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Germany reports suspected Lassa Fever Death

An individual who was referred to the University Hospital of Cologne for malaria treatment has died from suspected Lassa fever, according to German media (computer translated).

patient was apparently in West Africa, admitted to the Cologne hospital for malaria, later died and on Wednesday the Bernhard Nocht Institute for Tropical Medicine’s postmortem examination revealed the suspected diagnosis of Lassa fever. “We then immediately inform the competent authorities, with whom we are now in close coordination” spokesman Timo Mügge said.

Lassa occurs in several countries in West Africa. In Germany, the disease occurs only rarely  and manifests when it is introduced by travelers from Africa. According to the Robert Koch Institute (RKI), since October 2011 – Germany for reported only five cases of the disease.

Both Nigeria and Benin are experiencing current Lassa fever outbreaks.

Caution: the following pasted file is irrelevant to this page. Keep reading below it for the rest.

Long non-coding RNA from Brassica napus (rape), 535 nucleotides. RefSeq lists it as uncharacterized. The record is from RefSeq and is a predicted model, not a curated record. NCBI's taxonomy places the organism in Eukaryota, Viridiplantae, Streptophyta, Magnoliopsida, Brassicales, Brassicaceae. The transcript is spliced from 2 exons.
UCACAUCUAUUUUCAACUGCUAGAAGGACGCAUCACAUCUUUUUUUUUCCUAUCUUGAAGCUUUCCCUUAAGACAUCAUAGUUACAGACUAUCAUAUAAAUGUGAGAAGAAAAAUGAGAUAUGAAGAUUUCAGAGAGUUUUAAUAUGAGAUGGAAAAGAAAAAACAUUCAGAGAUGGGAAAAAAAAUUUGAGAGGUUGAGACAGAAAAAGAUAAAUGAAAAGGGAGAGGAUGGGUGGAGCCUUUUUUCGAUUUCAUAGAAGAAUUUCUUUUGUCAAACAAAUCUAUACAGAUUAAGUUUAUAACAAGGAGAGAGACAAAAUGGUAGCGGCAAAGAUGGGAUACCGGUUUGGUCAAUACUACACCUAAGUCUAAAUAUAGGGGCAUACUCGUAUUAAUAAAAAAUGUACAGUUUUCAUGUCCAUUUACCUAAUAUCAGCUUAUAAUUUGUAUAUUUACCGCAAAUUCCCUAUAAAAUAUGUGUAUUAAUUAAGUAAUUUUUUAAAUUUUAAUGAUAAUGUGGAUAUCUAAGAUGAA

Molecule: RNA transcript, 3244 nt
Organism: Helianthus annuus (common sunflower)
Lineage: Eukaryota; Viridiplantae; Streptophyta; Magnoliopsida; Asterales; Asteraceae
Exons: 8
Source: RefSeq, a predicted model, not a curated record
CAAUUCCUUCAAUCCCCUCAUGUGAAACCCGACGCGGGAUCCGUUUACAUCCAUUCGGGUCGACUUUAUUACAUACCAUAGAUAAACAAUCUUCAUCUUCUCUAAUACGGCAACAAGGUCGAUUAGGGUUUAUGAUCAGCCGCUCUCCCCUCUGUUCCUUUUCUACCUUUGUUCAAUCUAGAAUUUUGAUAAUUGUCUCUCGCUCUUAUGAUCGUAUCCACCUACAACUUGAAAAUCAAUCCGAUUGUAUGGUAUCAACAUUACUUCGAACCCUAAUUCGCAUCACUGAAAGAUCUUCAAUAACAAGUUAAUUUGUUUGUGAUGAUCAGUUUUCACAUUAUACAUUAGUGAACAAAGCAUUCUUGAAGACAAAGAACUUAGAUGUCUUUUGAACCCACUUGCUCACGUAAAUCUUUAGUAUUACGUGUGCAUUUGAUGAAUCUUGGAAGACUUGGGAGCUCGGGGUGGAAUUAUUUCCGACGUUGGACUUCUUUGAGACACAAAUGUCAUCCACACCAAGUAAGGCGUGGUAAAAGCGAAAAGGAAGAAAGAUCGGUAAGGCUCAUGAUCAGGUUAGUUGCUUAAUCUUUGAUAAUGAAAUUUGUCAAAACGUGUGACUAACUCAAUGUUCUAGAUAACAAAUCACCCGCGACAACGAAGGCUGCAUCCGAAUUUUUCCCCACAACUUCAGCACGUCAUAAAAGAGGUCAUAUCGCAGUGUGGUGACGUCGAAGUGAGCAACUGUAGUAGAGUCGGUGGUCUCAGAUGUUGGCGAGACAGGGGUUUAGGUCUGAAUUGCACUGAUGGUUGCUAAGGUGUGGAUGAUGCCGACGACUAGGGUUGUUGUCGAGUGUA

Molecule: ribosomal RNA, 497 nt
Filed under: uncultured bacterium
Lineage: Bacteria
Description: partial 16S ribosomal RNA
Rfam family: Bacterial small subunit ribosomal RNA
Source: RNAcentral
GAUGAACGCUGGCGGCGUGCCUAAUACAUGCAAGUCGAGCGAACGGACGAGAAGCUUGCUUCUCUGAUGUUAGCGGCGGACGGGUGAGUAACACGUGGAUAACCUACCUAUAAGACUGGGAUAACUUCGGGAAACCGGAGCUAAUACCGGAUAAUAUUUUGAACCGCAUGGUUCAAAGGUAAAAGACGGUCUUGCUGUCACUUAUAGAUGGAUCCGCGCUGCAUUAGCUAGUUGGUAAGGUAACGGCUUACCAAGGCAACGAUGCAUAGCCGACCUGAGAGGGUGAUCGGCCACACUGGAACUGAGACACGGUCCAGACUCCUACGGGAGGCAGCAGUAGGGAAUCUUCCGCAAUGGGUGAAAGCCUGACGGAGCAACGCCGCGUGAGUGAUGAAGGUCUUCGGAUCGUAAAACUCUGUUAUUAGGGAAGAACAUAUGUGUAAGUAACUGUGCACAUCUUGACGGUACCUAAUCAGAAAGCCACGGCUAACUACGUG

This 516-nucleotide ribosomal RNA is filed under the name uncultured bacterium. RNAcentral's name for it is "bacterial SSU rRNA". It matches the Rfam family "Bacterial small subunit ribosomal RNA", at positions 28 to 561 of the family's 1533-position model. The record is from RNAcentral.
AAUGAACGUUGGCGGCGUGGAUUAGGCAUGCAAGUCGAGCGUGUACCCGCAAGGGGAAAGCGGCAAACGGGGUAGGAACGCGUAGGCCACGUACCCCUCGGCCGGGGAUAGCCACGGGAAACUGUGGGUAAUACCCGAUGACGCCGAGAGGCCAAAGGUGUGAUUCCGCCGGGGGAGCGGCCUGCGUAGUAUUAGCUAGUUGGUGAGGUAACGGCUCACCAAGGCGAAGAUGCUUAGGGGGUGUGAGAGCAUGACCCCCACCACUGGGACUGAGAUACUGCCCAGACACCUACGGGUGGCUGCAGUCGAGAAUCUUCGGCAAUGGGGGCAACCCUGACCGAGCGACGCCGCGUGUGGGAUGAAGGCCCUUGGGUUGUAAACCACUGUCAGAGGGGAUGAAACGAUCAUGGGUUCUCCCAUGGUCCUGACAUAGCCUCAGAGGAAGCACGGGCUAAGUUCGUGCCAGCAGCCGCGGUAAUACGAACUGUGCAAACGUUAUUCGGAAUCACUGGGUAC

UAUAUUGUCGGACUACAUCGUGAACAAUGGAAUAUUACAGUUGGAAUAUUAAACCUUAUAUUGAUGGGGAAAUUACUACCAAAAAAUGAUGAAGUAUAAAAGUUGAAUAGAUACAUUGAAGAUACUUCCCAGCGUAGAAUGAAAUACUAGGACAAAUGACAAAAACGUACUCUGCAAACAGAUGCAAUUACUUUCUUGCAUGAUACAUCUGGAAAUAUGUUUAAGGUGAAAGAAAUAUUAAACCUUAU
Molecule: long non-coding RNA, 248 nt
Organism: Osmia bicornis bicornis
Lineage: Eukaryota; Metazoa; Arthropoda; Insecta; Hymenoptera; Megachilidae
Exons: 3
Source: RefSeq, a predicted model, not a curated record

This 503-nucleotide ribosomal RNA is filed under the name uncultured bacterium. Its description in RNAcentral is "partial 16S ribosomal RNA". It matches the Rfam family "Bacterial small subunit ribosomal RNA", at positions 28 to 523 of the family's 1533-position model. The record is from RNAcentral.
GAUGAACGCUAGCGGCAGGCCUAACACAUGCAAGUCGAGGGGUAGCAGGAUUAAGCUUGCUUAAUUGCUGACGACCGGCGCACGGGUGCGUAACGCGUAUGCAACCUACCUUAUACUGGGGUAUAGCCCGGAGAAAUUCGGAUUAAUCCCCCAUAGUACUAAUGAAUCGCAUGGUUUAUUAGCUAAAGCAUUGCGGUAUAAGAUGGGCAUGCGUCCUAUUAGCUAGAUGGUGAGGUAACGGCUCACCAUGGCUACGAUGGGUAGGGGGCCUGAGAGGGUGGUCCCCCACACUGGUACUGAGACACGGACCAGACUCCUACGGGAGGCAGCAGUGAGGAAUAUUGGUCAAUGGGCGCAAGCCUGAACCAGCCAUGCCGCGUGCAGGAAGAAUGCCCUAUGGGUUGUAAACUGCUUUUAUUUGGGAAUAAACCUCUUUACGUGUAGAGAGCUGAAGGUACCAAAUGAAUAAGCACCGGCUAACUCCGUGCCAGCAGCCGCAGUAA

According to the US Centers for Disease Control and Prevention (CDC), Lassa fever is an acute viral illness that occurs in West Africa. The virus, a member of the virusfamily Arenaviridae, is a single-stranded RNA virus and is zoonotic, or animal-borne. Lassa fever is a significant cause of morbidity and mortality. While Lassa fever is mild or has no observable symptoms in about 80% of people infected with the virus, the remaining 20% have a severe multisystem disease.

The animal host of Lassa virus is a rodent known as the “multimammate rat” of the genus Mastomys. Humans get infected with Lassa through aerosol or direct contact with excreta from the rodent. Laboratoryinfectionsdo occur primarily through contaminated needles. The symptoms of Lassa fever typically occur 1-3 weeks after the patient comes into contact with the virus. These include fever, retrosternal pain (pain behind the chest wall), sore throat, back pain, cough, abdominal pain, vomiting, diarrhea,conjunctivitis, facial swelling, proteinuria (protein in the urine), and mucosal bleeding. Neurological problems have also been described, including hearing loss, tremors, and encephalitis.

The Lassa virus and was 1st described in 1969 in the town of Lassa, in Borno State, Nigeria.

Culled from



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